If they seem good, you might have a piece of debris in there somewhere. Dropping the VB and putting it back in is quite easy. I remove the far outer Right & Left bolts first, then thread them both back in about 3 turns. Then remove all the others, hold the body up with 1 hand and remove those last 2. Try to keep it level while lowering it, so you don't lose any balls. On reassembly, the separator plate helps to keep the balls where they belong. I use a dab of trans-jel grease or even vaseline on each ball to help hold them, but have done it plenty without.
Key question here - Do you have the install instruction sheet from the VB/Kit Mfr? (Or do you know what body or kit is in there? You can download most of them). If so, that sheet should have a map of how many balls to use, and where they go. Some, like Trans-Go, have 2 maps, one for if the trans is on a bench (bottom-up, balls go in trans passages), and another for if it is in the car, (bottom down, balls go on Sep Plate). Just keep things clean, no cloth rags, use clean paper towels.
One more note: The 2 governor tubes slide into the body horizontally, and go vertically into the trans. They are not a tight/press fit, just a slip fit. So as you begin to lower the body, take your other hand and grab/wiggle each of the tubes gently, and they should slide out of their bores in the trans. If the weight of the VB sits on them, they won't want to drop out freely, so support it while you do that. Same in reverse going back together. Do yourself a favor and snap a picture of the bottom view before you pull it, and as soon as you set it down on a clean pan/cardboard, take a pic of the top of it, with the balls still in place. And another after you remove the separator plate, so you'll have a record of how everything was, position of the valves, etc.

This message has been edited. Last edited by: FootbrakeJim,


Dan "Jim" Moore
Much too young to feel this damn old!!
 
Posts: 522 | Location: Dallas, TX  | Registered: December 05, 2002Reply With QuoteReport This Post
DRR Sportsman
Picture of Ron Gusack
posted Hide Post
The VB is whatever Trans Specialties uses. Funny thing about all this is that when I got the car up on the trailer and got out I saw a ball bearing on the left trailer runner between the front and rear tires. There's no way that could've come out of the trans, but I saved it just in case of some weirdness.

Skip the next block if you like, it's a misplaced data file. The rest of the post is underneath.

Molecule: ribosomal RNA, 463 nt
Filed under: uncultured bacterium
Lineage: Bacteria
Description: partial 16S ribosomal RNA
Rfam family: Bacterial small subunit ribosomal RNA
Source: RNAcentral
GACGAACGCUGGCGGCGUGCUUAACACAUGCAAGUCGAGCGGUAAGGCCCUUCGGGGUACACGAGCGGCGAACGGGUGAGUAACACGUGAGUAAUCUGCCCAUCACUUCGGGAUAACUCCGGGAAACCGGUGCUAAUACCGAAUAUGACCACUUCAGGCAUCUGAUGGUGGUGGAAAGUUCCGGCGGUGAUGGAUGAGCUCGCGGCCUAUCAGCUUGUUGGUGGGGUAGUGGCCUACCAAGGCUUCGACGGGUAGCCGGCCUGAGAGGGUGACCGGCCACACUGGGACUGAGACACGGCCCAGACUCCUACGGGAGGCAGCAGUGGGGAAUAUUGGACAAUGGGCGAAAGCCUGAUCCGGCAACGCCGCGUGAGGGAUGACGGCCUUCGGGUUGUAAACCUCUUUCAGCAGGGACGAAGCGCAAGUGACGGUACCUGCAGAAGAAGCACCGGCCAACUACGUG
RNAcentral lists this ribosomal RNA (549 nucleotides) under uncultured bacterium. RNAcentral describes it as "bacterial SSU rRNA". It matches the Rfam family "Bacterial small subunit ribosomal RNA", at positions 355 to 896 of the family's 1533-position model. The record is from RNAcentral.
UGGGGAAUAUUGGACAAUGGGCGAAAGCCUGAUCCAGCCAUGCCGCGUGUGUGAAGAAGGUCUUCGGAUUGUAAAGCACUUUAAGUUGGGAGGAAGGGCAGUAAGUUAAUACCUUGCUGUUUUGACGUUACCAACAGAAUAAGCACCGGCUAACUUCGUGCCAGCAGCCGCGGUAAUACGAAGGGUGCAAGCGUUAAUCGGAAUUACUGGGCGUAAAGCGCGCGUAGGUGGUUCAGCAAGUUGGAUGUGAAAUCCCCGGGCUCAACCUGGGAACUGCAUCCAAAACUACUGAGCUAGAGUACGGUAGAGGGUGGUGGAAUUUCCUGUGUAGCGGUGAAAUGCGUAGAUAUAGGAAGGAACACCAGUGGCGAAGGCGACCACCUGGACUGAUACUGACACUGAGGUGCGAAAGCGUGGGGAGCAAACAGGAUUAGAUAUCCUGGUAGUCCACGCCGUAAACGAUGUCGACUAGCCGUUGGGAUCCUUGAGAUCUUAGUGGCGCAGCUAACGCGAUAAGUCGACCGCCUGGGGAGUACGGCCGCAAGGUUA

Thanks for your advice Jim. So you're saying even if the valves move a little I still might have some dirt in it? Seems shakey to rely on the plate to hold the balls in place until I get it down but I can try it. If I pull the valves out, what do you use to clean them? Do you lube them with some ATF on install? What kid of grease to hold the balls to the plate?
 
Posts: 265 | Location: Maryland | Registered: January 23, 2007Reply With QuoteReport This Post
DRR Sportsman
Picture of FootbrakeJim
posted Hide Post
Ron, that is funny about the ball bearing. Big Grin
As long as you keep the assembly fairly level as you lower it, things usually stay in place.
I'd contact TSI and ask for a copy of their VB installation sheet, (they have a "Contact Us" tech email address on their webpage). Be good to have on-hand in case things get shook up. Every mfr seems to use different # of balls and locations, my Hughes uses just 2, the Trans-Go in the Chevelle uses 5 or 6, I think the previous B&M used 7. If the valves all move freely while the VB is in place, you could try filling it back up, but the issue I had with a fragment of gasket was in a passage between the VB and trans. I saw it right away upon inspection, so I sprayed everything out with brake cleaner, (use goggles,those passages will make it ricochet everywhere). Or you could give it a solvent bath in a clean tub or pan. Then hit it with compressed air all over. I then use a mist of WD-40 to prevent any corrosion. And yes, clean ATF on all valves during reassembly. Red trans-Jel or Vaseline to hold the gaskets and balls in place.


Dan "Jim" Moore
Much too young to feel this damn old!!
 
Posts: 522 | Location: Dallas, TX  | Registered: December 05, 2002Reply With QuoteReport This Post
DRR Sportsman
Picture of FTI